5 tips on easing the transition to day care
- Research, plan and tour facilities to find the best option for you
- Prepare and label everything you need in advance
- Remember that big emotions are normal for both you and your child
Whether you’re returning to work or just taking some time for yourself, sending your little one to day care is a momentous occasion for all parties involved. It’s your child’s first little step into the world without you, and that can be a source of big emotions (on both sides).
Here are 5 simple tips for making the transition to day care as smooth as possible.
1. Do your research
Finding a childcare provider that works for you is the most significant step when it comes to easing your child into day care. There’s no one-size-fits-all solution; every parent’s (and child’s) needs are different.
Start your research early and don’t rush into anything. Take the time to explore and tour a few options to get a feel for the facilities around you. As well as proximity, cost and availability, you should also think about the style of care that would suit your child’s temperament. Perhaps your little one would be better suited to family day care in a home-based environment, or they might feel more comfortable in a larger day care facility that offers a lot of structure.
Next, meet – and spend some time with – the people who’ll be caring for your child. After all, you’re potentially going to be trusting them with the most precious thing in the world. Ensure you’re asking plenty of questions and listen to your gut.
2. Do a trial run
Most childcare services will encourage you to hang around for an orientation session with your child. Considering they’ll be spending a significant amount of time there, familiarising your little one with the environment will go a long way to making them feel more comfortable when they arrive for the real deal.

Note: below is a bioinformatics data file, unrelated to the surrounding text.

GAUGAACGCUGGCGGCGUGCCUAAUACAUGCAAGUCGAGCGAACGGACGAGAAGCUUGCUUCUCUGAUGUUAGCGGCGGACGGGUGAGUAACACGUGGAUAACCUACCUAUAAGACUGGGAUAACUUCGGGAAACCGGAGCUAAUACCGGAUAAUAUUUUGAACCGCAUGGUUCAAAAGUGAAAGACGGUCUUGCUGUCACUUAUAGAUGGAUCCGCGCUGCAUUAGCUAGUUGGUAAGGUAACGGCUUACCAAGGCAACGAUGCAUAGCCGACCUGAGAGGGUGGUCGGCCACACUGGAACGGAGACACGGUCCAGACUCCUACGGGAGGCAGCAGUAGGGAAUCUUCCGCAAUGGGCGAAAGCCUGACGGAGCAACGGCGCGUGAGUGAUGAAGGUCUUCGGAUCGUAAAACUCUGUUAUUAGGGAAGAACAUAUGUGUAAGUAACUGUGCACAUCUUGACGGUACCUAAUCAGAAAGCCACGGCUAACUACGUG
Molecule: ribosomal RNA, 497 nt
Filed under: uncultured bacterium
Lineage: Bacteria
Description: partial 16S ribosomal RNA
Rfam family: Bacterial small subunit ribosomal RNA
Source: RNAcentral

Stick around, introduce them to the staff, and maybe get on the floor with them and play with some of the toys. Model a positive attitude towards day care so your child understands that it is a happy – not daunting – place.
3. Get organised
The last thing you want to be doing the morning of your first drop–off is scrambling to gather all the gear your child needs for the day. The evening before the big day, take some time to write a simple checklist of everything you need: nappies, dummies, wipes, water bottle, clothes, sleep toys, bottles and more. Don’t forget to label all your items, as well. Things can get mixed up quickly with so many little hands and minds involved all day!
4. Anticipate behavioural changes
While some children will have no issues at all making the transition to day care, don’t be surprised if you notice some changes in your little one’s demeanour – especially at drop–off time. If they’re exhibiting signs of separation anxiety, know that this is a common reaction that will likely resolve itself with time.
If anxious behaviour persists after the first few weeks, make it a habit to contact the day care centre after drop-off and see if it continues after you leave. If it does, try to work collaboratively to find a solution that eases some of the stress on all of you. Provide as much information as possible to your care providers, including habits, routines, likes and dislikes. Also, try not to stress too much if they get sick – think of it as building their immune defences.
5. Be resilient
Research shows children who are securely attached to their caregivers show more curiosity, self-reliance and independence, and tend to become more resilient adults. But that doesn’t mean you won’t find your own capacity for resilience tested. Separation anxiety is a two-way street, and it’s natural to feel lonely as your little one steps into the world without you.
Stay in tune with your emotions and recognise that it’s OK to feel unsettled or sad. Prioritise self-care during this time and try and tap into simple activities or rituals that you can enjoy with some new-found personal freedom. Don’t feel guilty if you find yourself enjoying some downtime, too. Remember that everything you’re doing is hard work, and you deserve to have an opportunity to unwind.